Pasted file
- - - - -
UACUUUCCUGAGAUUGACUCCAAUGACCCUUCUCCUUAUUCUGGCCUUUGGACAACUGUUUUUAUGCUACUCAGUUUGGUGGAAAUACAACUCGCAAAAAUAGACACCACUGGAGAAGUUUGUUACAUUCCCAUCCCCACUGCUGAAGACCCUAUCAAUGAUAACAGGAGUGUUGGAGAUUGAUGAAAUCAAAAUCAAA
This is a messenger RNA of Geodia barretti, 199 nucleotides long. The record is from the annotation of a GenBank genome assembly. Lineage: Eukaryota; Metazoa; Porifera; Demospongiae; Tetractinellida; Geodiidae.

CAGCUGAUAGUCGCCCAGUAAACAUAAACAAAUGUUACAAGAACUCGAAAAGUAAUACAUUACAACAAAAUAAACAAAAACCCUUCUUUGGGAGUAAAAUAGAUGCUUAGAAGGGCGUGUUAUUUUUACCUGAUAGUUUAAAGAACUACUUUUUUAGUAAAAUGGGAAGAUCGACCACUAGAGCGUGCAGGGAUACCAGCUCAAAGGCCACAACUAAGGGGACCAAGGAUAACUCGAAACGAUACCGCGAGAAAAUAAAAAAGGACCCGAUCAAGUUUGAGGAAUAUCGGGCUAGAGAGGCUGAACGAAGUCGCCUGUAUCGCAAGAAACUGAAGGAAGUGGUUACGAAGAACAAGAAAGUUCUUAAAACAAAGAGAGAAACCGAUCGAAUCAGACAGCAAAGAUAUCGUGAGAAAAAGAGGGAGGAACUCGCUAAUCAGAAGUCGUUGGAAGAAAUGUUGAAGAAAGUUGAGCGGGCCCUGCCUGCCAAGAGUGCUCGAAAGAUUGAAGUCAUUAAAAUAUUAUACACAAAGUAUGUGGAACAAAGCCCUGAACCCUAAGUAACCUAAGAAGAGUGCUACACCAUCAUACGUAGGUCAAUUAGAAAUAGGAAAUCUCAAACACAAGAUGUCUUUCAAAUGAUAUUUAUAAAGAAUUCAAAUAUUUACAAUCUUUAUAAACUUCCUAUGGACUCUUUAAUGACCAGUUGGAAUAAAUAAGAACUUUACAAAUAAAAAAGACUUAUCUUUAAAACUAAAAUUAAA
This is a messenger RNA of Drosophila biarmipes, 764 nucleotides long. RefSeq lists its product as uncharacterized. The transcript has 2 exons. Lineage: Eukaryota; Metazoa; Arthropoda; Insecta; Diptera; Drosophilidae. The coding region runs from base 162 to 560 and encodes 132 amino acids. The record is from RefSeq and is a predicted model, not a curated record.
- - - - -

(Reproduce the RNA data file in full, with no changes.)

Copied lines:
UACUUUCCUGAGAUUGACUCCAAUGACCCUUCUCCUUAUUCUGGCCUUUGGACAACUGUUUUUAUGCUACUCAGUUUGGUGGAAAUACAACUCGCAAAAAUAGACACCACUGGAGAAGUUUGUUACAUUCCCAUCCCCACUGCUGAAGACCCUAUCAAUGAUAACAGGAGUGUUGGAGAUUGAUGAAAUCAAAAUCAAA
This is a messenger RNA of Geodia barretti, 199 nucleotides long. The record is from the annotation of a GenBank genome assembly. Lineage: Eukaryota; Metazoa; Porifera; Demospongiae; Tetractinellida; Geodiidae.

CAGCUGAUAGUCGCCCAGUAAACAUAAACAAAUGUUACAAGAACUCGAAAAGUAAUACAUUACAACAAAAUAAACAAAAACCCUUCUUUGGGAGUAAAAUAGAUGCUUAGAAGGGCGUGUUAUUUUUACCUGAUAGUUUAAAGAACUACUUUUUUAGUAAAAUGGGAAGAUCGACCACUAGAGCGUGCAGGGAUACCAGCUCAAAGGCCACAACUAAGGGGACCAAGGAUAACUCGAAACGAUACCGCGAGAAAAUAAAAAAGGACCCGAUCAAGUUUGAGGAAUAUCGGGCUAGAGAGGCUGAACGAAGUCGCCUGUAUCGCAAGAAACUGAAGGAAGUGGUUACGAAGAACAAGAAAGUUCUUAAAACAAAGAGAGAAACCGAUCGAAUCAGACAGCAAAGAUAUCGUGAGAAAAAGAGGGAGGAACUCGCUAAUCAGAAGUCGUUGGAAGAAAUGUUGAAGAAAGUUGAGCGGGCCCUGCCUGCCAAGAGUGCUCGAAAGAUUGAAGUCAUUAAAAUAUUAUACACAAAGUAUGUGGAACAAAGCCCUGAACCCUAAGUAACCUAAGAAGAGUGCUACACCAUCAUACGUAGGUCAAUUAGAAAUAGGAAAUCUCAAACACAAGAUGUCUUUCAAAUGAUAUUUAUAAAGAAUUCAAAUAUUUACAAUCUUUAUAAACUUCCUAUGGACUCUUUAAUGACCAGUUGGAAUAAAUAAGAACUUUACAAAUAAAAAAGACUUAUCUUUAAAACUAAAAUUAAA
This is a messenger RNA of Drosophila biarmipes, 764 nucleotides long. RefSeq lists its product as uncharacterized. The transcript has 2 exons. Lineage: Eukaryota; Metazoa; Arthropoda; Insecta; Diptera; Drosophilidae. The coding region runs from base 162 to 560 and encodes 132 amino acids. The record is from RefSeq and is a predicted model, not a curated record.